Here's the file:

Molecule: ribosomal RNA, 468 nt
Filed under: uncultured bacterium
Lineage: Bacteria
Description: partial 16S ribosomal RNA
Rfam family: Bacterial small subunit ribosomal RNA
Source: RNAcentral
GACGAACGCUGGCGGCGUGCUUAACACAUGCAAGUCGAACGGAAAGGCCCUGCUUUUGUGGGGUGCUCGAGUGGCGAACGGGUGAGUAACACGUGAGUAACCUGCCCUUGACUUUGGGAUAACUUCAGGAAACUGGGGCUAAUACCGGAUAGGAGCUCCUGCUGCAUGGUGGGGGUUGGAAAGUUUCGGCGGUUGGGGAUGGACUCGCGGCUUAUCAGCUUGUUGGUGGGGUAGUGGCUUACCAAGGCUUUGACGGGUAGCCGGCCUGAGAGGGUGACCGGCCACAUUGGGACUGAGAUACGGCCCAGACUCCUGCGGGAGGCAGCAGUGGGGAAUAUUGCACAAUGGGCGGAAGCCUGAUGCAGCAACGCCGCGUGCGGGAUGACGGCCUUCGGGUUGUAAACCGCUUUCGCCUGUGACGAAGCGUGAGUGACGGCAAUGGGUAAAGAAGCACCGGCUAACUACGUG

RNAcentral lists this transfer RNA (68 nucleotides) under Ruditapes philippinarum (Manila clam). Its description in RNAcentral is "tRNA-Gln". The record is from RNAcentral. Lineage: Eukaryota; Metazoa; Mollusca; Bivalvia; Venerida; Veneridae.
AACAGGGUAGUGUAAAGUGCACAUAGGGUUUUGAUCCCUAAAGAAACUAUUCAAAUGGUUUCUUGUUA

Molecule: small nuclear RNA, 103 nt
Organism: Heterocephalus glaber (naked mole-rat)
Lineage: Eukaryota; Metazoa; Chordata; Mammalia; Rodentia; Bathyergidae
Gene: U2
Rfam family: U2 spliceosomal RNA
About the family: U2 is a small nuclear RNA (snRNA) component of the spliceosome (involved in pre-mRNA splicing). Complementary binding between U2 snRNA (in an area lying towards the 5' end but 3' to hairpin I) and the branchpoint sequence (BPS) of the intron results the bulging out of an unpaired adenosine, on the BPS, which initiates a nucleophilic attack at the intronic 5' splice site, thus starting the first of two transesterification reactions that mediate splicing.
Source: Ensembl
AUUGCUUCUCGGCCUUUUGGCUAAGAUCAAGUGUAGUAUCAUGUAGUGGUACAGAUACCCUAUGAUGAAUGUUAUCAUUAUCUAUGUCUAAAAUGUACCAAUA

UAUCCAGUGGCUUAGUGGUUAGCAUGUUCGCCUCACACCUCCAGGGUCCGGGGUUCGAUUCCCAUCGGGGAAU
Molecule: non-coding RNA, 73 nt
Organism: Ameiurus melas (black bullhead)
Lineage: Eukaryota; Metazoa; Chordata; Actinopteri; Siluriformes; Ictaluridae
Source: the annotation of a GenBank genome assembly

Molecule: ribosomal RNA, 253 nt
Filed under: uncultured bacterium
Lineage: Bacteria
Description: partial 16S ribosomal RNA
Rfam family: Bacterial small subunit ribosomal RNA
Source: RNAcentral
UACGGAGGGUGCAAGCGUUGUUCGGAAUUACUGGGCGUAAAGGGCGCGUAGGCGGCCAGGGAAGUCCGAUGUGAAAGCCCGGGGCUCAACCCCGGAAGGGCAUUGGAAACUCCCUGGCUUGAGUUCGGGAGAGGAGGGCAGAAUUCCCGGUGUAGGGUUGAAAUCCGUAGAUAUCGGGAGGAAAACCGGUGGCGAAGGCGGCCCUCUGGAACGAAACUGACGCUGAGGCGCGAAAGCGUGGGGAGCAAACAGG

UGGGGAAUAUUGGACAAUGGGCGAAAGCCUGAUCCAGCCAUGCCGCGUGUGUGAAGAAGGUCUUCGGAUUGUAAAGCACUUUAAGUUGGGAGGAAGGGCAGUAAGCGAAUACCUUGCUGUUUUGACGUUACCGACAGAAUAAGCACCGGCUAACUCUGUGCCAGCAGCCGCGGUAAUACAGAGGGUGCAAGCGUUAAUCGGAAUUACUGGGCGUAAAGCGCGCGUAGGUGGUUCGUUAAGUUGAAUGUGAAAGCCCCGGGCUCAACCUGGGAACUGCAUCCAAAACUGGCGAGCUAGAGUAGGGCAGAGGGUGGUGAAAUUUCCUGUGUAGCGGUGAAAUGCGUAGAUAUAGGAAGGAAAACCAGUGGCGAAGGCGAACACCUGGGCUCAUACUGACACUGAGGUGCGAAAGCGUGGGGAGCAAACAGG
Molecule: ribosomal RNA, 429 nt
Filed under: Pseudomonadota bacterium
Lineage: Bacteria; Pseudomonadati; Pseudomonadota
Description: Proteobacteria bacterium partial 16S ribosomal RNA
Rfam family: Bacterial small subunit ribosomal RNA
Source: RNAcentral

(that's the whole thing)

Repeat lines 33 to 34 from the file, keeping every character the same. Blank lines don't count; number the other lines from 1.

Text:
Lineage: Bacteria; Pseudomonadati; Pseudomonadota
Description: Proteobacteria bacterium partial 16S ribosomal RNA